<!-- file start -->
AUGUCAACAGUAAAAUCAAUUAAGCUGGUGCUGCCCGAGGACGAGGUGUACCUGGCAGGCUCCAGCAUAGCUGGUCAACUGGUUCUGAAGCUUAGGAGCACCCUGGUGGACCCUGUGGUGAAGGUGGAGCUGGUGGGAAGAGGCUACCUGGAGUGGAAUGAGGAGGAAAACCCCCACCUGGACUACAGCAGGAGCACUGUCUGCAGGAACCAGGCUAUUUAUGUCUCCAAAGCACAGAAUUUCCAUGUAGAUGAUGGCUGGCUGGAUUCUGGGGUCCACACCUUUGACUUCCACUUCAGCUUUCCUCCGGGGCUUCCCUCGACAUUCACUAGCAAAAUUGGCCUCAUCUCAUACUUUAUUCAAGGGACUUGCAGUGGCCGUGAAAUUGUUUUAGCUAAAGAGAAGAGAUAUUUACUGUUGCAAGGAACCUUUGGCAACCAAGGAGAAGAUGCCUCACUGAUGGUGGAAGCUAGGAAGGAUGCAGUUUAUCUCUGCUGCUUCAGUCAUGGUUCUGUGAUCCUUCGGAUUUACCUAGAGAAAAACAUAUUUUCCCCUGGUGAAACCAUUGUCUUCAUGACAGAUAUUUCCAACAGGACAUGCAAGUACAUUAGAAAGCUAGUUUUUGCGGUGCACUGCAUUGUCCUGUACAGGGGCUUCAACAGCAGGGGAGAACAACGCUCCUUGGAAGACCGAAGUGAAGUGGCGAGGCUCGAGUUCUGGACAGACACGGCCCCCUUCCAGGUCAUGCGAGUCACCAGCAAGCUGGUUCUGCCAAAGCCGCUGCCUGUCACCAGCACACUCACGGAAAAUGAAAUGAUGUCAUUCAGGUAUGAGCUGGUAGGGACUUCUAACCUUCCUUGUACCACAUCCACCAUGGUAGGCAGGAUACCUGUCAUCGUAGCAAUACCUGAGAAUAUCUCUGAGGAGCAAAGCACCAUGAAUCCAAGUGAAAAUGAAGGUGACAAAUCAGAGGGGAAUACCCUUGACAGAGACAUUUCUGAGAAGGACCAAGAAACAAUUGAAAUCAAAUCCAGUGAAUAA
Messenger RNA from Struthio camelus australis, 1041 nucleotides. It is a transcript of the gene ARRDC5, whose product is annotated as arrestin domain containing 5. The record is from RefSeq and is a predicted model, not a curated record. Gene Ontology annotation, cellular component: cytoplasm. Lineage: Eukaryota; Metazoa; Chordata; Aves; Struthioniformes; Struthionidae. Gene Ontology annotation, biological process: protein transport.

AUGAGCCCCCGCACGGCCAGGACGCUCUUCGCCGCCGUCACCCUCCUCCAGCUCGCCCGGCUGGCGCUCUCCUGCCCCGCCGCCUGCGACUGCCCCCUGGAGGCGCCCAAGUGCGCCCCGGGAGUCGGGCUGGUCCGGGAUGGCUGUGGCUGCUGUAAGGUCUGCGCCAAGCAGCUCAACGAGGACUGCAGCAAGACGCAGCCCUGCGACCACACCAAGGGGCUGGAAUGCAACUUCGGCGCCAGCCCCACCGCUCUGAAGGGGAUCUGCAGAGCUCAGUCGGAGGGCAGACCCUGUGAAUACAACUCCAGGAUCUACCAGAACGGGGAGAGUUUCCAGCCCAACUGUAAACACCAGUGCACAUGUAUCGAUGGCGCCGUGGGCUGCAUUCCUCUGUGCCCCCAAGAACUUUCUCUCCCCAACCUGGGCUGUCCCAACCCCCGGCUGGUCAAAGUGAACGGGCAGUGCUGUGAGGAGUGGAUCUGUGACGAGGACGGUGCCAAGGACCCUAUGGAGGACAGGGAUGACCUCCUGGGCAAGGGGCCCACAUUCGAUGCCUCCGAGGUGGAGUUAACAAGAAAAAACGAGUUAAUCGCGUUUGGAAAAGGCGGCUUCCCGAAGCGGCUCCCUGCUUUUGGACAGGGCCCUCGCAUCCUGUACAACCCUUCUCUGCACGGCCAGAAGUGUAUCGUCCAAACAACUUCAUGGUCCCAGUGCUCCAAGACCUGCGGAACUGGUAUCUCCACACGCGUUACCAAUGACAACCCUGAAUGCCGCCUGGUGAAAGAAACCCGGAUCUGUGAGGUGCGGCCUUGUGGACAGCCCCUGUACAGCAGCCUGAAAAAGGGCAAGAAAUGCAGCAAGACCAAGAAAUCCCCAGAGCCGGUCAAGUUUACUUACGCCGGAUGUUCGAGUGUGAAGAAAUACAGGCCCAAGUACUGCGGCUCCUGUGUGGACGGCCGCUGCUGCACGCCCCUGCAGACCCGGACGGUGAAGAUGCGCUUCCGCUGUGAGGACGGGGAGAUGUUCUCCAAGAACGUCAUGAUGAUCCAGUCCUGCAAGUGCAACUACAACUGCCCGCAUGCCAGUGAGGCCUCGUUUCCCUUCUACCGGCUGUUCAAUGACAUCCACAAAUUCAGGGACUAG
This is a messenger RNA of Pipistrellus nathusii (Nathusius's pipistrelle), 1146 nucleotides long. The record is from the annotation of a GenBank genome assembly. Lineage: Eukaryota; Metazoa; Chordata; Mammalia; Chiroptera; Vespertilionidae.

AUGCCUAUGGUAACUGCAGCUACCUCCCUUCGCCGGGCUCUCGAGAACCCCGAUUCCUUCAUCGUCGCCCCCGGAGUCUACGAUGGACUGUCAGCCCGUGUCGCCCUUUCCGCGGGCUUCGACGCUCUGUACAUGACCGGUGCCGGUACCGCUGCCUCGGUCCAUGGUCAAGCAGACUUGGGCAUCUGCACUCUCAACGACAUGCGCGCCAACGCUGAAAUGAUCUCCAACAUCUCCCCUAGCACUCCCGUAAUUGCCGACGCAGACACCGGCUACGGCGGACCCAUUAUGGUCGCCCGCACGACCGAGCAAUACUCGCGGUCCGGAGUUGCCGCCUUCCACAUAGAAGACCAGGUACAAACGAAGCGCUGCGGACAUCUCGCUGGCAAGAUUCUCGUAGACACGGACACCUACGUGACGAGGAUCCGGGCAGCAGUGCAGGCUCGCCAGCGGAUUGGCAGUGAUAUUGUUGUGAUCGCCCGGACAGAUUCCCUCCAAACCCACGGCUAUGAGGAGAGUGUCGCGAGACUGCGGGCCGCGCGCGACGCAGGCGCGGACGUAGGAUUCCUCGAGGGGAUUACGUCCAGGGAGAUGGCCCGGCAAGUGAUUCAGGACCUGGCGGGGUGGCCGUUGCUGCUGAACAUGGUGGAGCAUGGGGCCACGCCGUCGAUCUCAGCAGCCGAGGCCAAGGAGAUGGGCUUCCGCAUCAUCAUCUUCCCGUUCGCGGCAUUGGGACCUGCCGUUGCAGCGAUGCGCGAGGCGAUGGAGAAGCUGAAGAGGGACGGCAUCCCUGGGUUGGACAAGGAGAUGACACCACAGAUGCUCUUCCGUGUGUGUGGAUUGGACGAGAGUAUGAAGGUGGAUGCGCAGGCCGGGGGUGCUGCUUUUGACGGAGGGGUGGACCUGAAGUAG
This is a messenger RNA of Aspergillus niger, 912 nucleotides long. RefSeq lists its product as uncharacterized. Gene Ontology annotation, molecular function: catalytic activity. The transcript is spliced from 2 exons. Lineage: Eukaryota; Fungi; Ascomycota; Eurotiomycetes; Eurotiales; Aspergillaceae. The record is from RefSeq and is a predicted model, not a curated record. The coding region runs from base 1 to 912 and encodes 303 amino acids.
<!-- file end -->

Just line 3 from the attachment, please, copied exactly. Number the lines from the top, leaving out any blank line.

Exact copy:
AUGAGCCCCCGCACGGCCAGGACGCUCUUCGCCGCCGUCACCCUCCUCCAGCUCGCCCGGCUGGCGCUCUCCUGCCCCGCCGCCUGCGACUGCCCCCUGGAGGCGCCCAAGUGCGCCCCGGGAGUCGGGCUGGUCCGGGAUGGCUGUGGCUGCUGUAAGGUCUGCGCCAAGCAGCUCAACGAGGACUGCAGCAAGACGCAGCCCUGCGACCACACCAAGGGGCUGGAAUGCAACUUCGGCGCCAGCCCCACCGCUCUGAAGGGGAUCUGCAGAGCUCAGUCGGAGGGCAGACCCUGUGAAUACAACUCCAGGAUCUACCAGAACGGGGAGAGUUUCCAGCCCAACUGUAAACACCAGUGCACAUGUAUCGAUGGCGCCGUGGGCUGCAUUCCUCUGUGCCCCCAAGAACUUUCUCUCCCCAACCUGGGCUGUCCCAACCCCCGGCUGGUCAAAGUGAACGGGCAGUGCUGUGAGGAGUGGAUCUGUGACGAGGACGGUGCCAAGGACCCUAUGGAGGACAGGGAUGACCUCCUGGGCAAGGGGCCCACAUUCGAUGCCUCCGAGGUGGAGUUAACAAGAAAAAACGAGUUAAUCGCGUUUGGAAAAGGCGGCUUCCCGAAGCGGCUCCCUGCUUUUGGACAGGGCCCUCGCAUCCUGUACAACCCUUCUCUGCACGGCCAGAAGUGUAUCGUCCAAACAACUUCAUGGUCCCAGUGCUCCAAGACCUGCGGAACUGGUAUCUCCACACGCGUUACCAAUGACAACCCUGAAUGCCGCCUGGUGAAAGAAACCCGGAUCUGUGAGGUGCGGCCUUGUGGACAGCCCCUGUACAGCAGCCUGAAAAAGGGCAAGAAAUGCAGCAAGACCAAGAAAUCCCCAGAGCCGGUCAAGUUUACUUACGCCGGAUGUUCGAGUGUGAAGAAAUACAGGCCCAAGUACUGCGGCUCCUGUGUGGACGGCCGCUGCUGCACGCCCCUGCAGACCCGGACGGUGAAGAUGCGCUUCCGCUGUGAGGACGGGGAGAUGUUCUCCAAGAACGUCAUGAUGAUCCAGUCCUGCAAGUGCAACUACAACUGCCCGCAUGCCAGUGAGGCCUCGUUUCCCUUCUACCGGCUGUUCAAUGACAUCCACAAAUUCAGGGACUAG